Trump and Biden on immigration: nearly opposite, but not quite

Trump and Biden on immigration: nearly opposite, but not quite

Originally Published in the Los Angeles Times

Molly O'Toole and Melissa Gomez - August 17, 2020

Asylum seekers are held in a temporary transition area under the Paso Del Norte bridge in El Paso on March 28, 2019.

Asylum seekers are held in a temporary transition area under the Paso Del Norte bridge in El Paso on March 28, 2019. The U.S. Border Patrol set up outdoor pens where some migrants, including children, were held for as many as four days, sleeping on bare gravel.
(Gary Coronado / Los Angeles Times)

When Donald Trump descended a gilded escalator at Trump Tower in New York in 2015, he made the central animus of his presidential campaign immediately clear:

“When Mexico sends its people, they’re not sending their best,” he said. “They’re bringing drugs. They’re bringing crime. They’re rapists. And some, I assume, are good people.”

His rhetoric was broadly rejected as xenophobic fear-mongering, panned as proof that the businessman best known as a reality-TV host was not a serious 2016 candidate.

A sharp whistle to the basest instincts of the American voter was a surefire way to ensure your own irrelevance in a country with rapidly shifting demographics — or so warned the GOP’s “autopsy report” from 2012, which advised the party to champion immigration reform, tolerance and inclusivity, or “continue to shrink to its core constituencies only.”

Yet, almost four years in the White House later, for an infamously inconstant leader, President Trump has been remarkably consistent on immigration. By end-running Congress and largely sidestepping the courts, he has succeeded beyond even the nativist fever dreams of his 2016 run to remake the U.S. immigration system.

Trump’s policy on immigration is, in effect, a negation. Abandoning any pretext of targeting only illegal action or working with Congress — including when Republicans controlled both chambers — through more than 400 executive actions, according to the Migration Policy Institute, his administration has essentially sealed off the U.S. southern border, slashed legal immigration and reduced foreign policy toward Latin America to enforcement.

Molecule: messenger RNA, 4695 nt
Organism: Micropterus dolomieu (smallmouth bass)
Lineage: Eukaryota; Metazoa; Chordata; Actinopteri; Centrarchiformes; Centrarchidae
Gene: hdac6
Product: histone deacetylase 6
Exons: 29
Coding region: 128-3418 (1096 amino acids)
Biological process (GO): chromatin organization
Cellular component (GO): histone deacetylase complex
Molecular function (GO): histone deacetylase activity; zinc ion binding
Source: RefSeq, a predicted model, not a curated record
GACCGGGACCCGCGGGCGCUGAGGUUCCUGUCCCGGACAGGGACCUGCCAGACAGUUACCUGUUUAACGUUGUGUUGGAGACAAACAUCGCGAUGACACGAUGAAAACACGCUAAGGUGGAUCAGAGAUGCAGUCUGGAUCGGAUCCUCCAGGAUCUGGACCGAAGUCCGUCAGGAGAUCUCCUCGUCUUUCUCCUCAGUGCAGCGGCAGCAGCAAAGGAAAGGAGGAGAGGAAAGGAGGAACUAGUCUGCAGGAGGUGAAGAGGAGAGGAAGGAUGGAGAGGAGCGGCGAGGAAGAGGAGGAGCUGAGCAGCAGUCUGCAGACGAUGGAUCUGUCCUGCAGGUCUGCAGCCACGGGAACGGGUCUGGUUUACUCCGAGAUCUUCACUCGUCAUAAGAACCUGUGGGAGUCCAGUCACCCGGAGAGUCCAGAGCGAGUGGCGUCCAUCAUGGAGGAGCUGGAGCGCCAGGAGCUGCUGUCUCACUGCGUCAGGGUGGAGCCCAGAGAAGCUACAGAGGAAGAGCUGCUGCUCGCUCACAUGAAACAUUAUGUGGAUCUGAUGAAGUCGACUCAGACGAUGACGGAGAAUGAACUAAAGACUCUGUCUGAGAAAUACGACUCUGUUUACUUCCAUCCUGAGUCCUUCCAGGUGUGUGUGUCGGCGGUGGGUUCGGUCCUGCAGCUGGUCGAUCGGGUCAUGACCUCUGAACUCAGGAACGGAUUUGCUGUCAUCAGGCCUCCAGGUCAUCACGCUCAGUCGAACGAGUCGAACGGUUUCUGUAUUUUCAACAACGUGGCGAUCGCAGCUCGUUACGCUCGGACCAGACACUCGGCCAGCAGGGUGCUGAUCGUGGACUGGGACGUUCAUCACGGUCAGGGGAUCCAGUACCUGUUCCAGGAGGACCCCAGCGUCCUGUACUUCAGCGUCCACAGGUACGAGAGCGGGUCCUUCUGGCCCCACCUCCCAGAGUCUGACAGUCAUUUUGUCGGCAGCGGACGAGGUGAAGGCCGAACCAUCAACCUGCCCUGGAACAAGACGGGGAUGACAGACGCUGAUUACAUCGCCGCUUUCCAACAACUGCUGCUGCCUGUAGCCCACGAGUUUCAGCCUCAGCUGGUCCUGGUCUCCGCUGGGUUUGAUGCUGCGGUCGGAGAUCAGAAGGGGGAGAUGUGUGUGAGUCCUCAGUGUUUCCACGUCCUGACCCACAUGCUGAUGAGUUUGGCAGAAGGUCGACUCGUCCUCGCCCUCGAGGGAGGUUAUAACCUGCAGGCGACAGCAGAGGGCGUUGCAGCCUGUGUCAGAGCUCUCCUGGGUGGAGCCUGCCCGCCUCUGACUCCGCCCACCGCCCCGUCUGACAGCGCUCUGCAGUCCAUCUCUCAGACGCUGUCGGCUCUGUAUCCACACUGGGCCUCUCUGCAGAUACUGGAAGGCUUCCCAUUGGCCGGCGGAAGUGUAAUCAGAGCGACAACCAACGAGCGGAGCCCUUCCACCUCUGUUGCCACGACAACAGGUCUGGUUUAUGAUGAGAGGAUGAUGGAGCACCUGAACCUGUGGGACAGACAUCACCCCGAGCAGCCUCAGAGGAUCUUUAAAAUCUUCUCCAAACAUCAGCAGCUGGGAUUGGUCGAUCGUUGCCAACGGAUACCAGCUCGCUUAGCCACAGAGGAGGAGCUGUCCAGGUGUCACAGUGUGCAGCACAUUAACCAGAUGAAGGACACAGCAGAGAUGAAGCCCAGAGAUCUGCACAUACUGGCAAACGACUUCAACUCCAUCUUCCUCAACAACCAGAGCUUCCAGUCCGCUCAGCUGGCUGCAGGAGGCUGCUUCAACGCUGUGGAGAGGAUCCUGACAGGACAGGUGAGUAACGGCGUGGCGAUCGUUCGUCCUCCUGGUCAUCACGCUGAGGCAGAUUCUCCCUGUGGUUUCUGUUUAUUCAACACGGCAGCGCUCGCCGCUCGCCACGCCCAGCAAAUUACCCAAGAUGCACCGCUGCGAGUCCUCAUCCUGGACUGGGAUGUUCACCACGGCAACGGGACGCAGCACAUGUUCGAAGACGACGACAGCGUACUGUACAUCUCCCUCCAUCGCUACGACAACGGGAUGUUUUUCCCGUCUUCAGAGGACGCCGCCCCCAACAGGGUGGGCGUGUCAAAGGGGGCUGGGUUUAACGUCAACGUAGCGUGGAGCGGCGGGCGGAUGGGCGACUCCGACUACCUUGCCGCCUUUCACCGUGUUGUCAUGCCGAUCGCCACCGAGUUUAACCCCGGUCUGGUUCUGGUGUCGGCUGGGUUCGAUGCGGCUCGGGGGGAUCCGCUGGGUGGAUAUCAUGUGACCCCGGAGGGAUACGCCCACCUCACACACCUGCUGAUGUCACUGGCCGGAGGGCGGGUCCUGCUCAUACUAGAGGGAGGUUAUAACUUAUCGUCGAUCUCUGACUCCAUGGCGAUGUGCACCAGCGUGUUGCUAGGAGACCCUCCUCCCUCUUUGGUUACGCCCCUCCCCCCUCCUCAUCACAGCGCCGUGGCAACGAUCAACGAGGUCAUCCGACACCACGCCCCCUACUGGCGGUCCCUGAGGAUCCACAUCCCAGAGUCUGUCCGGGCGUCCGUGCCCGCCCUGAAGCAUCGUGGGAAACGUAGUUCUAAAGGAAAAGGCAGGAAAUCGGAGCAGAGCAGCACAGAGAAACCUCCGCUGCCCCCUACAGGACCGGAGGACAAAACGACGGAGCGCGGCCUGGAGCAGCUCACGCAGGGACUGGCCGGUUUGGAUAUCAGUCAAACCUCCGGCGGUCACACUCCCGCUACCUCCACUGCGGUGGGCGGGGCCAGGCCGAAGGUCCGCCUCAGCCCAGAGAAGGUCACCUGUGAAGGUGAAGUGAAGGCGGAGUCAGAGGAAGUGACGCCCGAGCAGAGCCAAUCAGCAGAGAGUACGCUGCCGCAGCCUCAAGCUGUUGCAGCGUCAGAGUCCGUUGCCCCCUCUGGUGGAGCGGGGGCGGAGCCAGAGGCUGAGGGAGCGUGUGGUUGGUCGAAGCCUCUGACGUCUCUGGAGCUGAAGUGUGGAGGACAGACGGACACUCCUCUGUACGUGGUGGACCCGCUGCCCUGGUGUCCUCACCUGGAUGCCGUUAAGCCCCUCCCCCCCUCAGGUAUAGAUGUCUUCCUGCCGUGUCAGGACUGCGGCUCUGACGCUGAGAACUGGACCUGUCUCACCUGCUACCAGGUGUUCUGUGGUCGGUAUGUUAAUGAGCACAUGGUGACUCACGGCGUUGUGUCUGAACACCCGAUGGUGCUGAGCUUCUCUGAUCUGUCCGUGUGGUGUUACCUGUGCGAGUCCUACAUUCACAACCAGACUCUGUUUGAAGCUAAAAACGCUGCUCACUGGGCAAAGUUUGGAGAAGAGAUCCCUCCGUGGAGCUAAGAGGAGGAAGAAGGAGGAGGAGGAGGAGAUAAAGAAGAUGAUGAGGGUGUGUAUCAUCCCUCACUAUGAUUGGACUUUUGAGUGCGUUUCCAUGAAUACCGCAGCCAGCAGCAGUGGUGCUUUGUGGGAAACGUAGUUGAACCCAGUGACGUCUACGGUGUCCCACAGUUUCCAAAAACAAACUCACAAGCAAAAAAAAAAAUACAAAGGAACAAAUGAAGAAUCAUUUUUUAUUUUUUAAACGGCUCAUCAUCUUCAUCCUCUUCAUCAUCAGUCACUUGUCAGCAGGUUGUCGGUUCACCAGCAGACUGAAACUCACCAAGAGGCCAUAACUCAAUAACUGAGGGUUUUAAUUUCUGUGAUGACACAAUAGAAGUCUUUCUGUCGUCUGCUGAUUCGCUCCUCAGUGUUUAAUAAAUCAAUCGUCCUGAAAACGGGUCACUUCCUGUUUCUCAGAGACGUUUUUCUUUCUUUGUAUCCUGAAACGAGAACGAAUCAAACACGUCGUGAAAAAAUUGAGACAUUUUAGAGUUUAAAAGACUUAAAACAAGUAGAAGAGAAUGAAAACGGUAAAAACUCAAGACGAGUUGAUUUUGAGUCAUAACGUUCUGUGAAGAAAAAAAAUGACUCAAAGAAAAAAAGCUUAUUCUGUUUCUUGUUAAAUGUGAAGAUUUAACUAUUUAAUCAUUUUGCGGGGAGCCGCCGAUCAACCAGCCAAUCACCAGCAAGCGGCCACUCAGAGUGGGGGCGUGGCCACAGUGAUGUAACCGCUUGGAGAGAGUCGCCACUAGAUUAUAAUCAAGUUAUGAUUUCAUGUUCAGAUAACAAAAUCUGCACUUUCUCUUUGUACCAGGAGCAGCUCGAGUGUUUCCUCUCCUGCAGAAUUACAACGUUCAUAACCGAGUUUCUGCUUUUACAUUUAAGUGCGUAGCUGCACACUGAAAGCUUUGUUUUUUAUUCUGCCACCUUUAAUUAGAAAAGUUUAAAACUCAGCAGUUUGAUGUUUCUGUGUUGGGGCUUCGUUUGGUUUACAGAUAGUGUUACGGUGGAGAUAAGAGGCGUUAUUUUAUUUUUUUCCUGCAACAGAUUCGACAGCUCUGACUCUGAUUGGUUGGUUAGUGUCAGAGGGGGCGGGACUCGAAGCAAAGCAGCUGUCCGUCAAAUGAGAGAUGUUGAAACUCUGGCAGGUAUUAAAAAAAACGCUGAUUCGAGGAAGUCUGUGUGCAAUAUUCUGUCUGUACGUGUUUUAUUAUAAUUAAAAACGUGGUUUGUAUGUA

In some ways, Trump has embraced and expanded several of President Obama’s key initiatives on immigration, including those championed by then-Vice President Joe Biden.

Obama deported more immigrants than any other president, over eight years when migration largely plateaued. His administration conducted widespread family raids,prioritizing Central American parents and children for removal. And when pushing billions in economic aid to the region to help stem an influx in unaccompanied minors arriving at the U.S.-Mexico border — coupled with “Plan Frontera Sur,” a surge of security assistance intended to effectively move the border south to Guatemala — Biden was his point man.

This precedent helped enable Trump officials to leverage a sprawling, dysfunctional post-9/11 security infrastructure toward achieving the president’s jingoistic political agenda.

Under a cloud of polls showing Trump’s base eroding and him lagging behind presumptive Democratic nominee Biden, the president is doubling down in a flurry of last-ditch immigration policy changes on the pretext of the coronavirus to try to reignite his supporters. But as Biden’s primary opponents warned him, it’s no longer enough to not be Trump on immigration.

The former vice president now has to confront his own legacy. If he wins, he will try do what Obama, and others before him, could not: comprehensive immigration reform with a pathway to citizenship for the millions of undocumented immigrants in the United States. But he’ll have to first address the hundreds of complex, interlocking actions Trump has taken, from little-noticed administrative adjustments to sweeping policy changes, in order to ultimately rebuild an already broken and now battered U.S. immigration system.

Still, whether the president or Biden wins in November, the U.S. will be left grappling with Trump’s immigration policy long after he leaves the Oval Office. Here’s where they stand:

President Trump tours border wall prototypes near the Otay Mesa Port of Entry in San Diego County in 2018.

(K.C. Alfred / San Diego Union-Tribune)

 

President Trump


Deterrence has been the immigration policy of choice for both parties for decades, but Trump and his closest aides — particularly anti-immigration hardliner Stephen Miller — have taken it to unprecedented extremes.